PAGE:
Nadja Salerno-Sonnenberg fires up Milwaukee Symphony audience

Nadja Salerno-Sonnenberg
Milwaukee Journal Sentinel

By Elaine Schmidt

Violinist Nadja Salerno-Sonnenberg wore her heart on her sleeve at Friday morning's Milwaukee Symphony Orchestra concert and received a standing ovation in response.

Salerno-Sonnenberg joined the MSO and music director Edo de Waart with a deeply expressive performance of the Bruch Concerto No. 1 for violin and orchestra.

The violinist has, since her appearance on the concert stage in 1981, earned both praise and criticism for the highly expressive, fiery performances that have become her signature.

Salerno-Sonnenberg showed Friday morning's MSO audience why her take-no-prisoners style reaches audiences: honesty.

She played the piece's most delicate musical phrases with an earnest tenderness, shaping them into exceptionally eloquent statements. She also brought a powerful energy and commanding execution to the piece's most technical moments, demanding and winning rapt attention.

She was so consumed by the energy of the piece that she bobbed and nodded her way through the orchestral sections between her solo lines, unable to stand still as the music swirled around her.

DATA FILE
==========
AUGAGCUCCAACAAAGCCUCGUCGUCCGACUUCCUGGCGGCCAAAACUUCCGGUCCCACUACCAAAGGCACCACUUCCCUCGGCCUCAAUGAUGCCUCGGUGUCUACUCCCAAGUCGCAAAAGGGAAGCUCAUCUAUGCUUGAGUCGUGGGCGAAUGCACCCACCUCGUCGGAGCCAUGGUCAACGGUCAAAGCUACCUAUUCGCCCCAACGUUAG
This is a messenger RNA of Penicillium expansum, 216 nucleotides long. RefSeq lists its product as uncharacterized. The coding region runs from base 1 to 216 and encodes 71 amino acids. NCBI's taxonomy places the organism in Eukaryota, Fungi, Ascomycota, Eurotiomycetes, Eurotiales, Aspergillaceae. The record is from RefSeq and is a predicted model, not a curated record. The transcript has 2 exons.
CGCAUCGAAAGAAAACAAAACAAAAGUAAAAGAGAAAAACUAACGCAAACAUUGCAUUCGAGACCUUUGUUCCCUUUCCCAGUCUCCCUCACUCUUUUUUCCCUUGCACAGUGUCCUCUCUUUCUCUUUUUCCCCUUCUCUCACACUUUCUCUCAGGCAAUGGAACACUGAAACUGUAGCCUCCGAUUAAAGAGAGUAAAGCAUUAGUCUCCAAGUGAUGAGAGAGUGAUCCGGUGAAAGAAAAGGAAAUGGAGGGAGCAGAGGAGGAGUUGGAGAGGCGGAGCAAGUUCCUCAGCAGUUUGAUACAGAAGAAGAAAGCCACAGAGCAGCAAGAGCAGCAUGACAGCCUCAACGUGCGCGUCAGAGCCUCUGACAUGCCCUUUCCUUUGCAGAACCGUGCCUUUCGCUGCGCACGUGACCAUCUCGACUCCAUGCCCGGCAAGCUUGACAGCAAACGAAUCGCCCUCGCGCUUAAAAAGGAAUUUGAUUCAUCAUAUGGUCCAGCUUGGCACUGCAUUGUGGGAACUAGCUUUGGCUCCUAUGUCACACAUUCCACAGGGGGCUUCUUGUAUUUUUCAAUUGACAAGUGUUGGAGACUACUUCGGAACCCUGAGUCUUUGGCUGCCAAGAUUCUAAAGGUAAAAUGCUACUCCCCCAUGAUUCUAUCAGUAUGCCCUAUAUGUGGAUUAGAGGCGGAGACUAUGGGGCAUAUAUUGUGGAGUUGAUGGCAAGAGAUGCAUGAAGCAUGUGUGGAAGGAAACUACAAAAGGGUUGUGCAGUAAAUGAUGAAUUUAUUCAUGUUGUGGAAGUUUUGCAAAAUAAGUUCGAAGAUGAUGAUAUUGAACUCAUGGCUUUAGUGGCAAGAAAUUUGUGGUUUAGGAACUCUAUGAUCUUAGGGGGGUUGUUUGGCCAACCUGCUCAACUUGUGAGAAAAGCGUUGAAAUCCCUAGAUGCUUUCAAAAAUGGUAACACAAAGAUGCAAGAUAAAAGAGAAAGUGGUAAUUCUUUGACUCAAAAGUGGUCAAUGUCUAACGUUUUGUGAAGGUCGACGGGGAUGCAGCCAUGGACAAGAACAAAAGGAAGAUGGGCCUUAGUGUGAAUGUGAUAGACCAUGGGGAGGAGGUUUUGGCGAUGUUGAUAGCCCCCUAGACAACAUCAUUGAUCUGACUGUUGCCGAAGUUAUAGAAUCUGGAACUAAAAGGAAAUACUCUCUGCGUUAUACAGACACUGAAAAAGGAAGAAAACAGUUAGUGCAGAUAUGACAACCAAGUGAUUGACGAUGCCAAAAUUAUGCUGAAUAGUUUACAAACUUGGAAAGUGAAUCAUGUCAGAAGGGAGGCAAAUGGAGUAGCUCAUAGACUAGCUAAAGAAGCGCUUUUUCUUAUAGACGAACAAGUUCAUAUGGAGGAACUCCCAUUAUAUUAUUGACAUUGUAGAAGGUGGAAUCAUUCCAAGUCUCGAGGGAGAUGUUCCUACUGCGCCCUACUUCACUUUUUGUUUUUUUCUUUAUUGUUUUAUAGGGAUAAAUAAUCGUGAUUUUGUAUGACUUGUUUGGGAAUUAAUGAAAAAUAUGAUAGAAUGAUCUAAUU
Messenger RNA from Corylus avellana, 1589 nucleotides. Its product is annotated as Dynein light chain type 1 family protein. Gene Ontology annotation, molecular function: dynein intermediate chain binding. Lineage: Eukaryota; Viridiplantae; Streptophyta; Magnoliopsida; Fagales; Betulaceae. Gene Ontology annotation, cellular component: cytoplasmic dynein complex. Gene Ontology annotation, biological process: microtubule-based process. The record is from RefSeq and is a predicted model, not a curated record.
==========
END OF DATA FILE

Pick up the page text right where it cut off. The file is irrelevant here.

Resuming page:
De Waart and the MSO served as an extension of her energy and expressive style, moving seamlessly from full-orchestra sounds to moments that resonated as intimate chamber music.

Salerno-Sonnenberg and the orchestra answered a vigorous standing ovation with an exquisite encore performance of Rachmaninoff's "Vocalise."

De Waart and the orchestra filled the program's second half with a beautifully rendered performance of Dvorak's Symphony No. 9 ("From the New World"), handling the well-loved piece with a gravitas and dignity that translated into a powerful performance.

They brought a clarity of thought and sound as well as a simmering energy to the piece, sculpting the piece's most poignant moments with a light hand and never hurrying or abandoning themselves to the piece's biggest moments.

Elegant English horn solos from acting assistant principal oboist Margaret Butler, grand, pealing brass lines and richly textured, beautifully shaped string lines were all part of a strikingly powerful performance.

The program opened with Jennifer Higdon's "blue cathedral," a captivating work built of ethereal musical statements and shimmering sounds, including the gentle ringing sound of dozens of Chinese medicine balls.